One cannot help but notice what is going on in France and that the disturbance is spreading to other European Union countries.
What is interesting in France is the unrest that has been developing for months and that the fuel tax imposed by President Emmanuelle Macron was only the trigger that sparked the outrage of the working class of the French society. Just recently here in California, a new governor has been elected and will be seated in January 2019. During Gavin Newsom’s campaign, he stated that he planned to double California’s personal income tax rate and just recently I saw a news report indicating that the legislators wish to impose a new flat tax on cellular telephone text messaging, in addition to a new vehicle mileage tax, based on the number of miles each Californian drives annually.
Are local- and state-elected officials so out of touch with the reality of Californians, who struggle every day, that they think that what is happening in France and the rest of Europe cannot happen here only because the demonstrations and unrest are 6,000 miles away? Over my career, I’ve had an opportunity to spend time in France and I can tell you from personal experience that the French society is very much like our disciplined, polite society here in America. It is apparent that President Macron and the French Parliament have pushed that disciplined, polite society to the breaking point and they are speaking out.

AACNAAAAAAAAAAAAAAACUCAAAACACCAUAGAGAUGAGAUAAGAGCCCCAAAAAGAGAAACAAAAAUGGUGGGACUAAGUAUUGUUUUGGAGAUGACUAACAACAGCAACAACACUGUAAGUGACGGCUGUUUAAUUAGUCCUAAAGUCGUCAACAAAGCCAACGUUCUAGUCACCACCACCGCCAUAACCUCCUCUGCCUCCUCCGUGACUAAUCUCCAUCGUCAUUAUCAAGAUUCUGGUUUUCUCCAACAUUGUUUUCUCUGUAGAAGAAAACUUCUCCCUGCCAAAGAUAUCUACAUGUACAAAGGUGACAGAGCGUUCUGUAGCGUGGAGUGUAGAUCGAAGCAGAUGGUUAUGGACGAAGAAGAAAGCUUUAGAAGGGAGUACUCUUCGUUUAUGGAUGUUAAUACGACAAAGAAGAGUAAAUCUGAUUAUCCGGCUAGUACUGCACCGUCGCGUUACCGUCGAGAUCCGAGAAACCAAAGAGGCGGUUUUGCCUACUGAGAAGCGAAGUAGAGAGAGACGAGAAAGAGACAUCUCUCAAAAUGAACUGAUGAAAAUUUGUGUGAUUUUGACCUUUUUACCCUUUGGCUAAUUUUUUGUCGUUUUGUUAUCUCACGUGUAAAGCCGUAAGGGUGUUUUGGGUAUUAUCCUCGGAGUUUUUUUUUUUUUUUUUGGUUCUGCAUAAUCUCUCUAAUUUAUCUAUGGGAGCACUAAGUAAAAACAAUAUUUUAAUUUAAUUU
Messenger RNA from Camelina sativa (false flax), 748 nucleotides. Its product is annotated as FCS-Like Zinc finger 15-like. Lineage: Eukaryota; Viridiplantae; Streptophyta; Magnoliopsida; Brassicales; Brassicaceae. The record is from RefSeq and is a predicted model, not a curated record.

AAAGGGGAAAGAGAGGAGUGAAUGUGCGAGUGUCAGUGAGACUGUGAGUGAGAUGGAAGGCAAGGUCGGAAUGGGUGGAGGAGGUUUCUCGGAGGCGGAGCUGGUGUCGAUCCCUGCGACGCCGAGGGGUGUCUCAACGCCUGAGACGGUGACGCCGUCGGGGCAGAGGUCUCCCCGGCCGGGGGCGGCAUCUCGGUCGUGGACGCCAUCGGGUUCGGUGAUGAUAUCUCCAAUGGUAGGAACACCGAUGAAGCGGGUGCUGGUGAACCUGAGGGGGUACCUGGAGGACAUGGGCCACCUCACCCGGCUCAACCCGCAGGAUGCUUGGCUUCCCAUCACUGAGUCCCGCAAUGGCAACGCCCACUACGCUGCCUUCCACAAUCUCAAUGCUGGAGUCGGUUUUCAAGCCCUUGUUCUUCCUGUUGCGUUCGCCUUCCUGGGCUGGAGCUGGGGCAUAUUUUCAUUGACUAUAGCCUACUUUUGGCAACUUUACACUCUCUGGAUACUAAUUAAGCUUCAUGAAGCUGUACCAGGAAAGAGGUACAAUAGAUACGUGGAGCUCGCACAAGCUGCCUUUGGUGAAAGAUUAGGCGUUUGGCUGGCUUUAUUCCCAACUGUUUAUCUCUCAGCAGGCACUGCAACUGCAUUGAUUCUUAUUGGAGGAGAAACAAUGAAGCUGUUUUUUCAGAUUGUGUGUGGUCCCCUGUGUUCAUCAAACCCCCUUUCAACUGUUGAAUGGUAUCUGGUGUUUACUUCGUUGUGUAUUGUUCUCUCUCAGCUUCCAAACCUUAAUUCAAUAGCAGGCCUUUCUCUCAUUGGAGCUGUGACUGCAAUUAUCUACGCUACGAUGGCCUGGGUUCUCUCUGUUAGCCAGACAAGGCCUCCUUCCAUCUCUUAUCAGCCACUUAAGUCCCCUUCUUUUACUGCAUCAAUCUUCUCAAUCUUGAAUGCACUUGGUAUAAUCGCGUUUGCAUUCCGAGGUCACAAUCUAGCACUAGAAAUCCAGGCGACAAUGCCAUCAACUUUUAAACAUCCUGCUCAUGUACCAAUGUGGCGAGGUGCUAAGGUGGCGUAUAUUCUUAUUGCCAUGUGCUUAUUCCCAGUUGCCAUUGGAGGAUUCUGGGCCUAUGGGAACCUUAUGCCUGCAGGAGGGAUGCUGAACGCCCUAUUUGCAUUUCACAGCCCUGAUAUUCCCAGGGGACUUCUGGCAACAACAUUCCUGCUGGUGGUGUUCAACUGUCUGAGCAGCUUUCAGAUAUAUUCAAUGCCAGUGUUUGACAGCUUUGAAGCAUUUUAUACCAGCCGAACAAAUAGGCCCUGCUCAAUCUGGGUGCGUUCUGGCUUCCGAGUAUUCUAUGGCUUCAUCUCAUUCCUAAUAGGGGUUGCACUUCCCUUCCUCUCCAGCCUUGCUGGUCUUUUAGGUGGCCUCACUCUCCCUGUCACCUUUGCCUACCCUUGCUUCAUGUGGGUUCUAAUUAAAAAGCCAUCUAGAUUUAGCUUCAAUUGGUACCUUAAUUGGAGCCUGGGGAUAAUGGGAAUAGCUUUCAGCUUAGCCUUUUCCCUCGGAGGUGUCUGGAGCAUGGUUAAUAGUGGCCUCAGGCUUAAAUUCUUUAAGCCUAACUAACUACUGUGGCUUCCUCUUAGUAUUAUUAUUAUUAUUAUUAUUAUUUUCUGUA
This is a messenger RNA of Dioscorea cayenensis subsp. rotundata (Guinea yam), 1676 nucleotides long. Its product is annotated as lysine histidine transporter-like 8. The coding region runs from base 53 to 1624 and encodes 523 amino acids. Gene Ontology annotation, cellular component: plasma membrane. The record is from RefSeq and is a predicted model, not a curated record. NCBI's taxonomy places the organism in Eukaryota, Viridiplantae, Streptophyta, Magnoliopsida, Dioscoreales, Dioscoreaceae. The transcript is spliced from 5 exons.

Our local and state politicians have short memories because we hear in America — more specifically, California — have been pushed to the breaking point in the past. As an example, in 1978 proposition 13, a property tax revolt; then again in 2003, the recall of then Gov. Gray Davis for squandering a $1 billion state surplus and then raising the vehicle license fees.
There are other examples here in our local San Diego government, when in 2013 we became aware of the unacceptable conduct of then-Mayor Robert Filner, involving sexual harassment of city staff; and again, when we were asked to conserve water usage during a statewide drought and the San Diego City Water Authority demanded a rate increase because they were not selling enough water, thereby reducing their revenue. Add insult to injury, we learned later that the water department had paid out $23 million in bonuses just prior to the City Council voting approval of the water rate increase, which the council did with a simple majority vote with only one no vote — that of Democrat Councilmember Martha Emerald of District 7.
Tax revolts are nothing new to Americans — as an example: Dec. 16, 1773, the Boston Tea Party. But things have changed today, and in our disciplined, polite society we are able to solve many problems with a signature on a petition, or when we deposit our votes in the ballot box, and, if need be, in a courtroom with a trier of fact.
—Joe Ney, Del Cerro.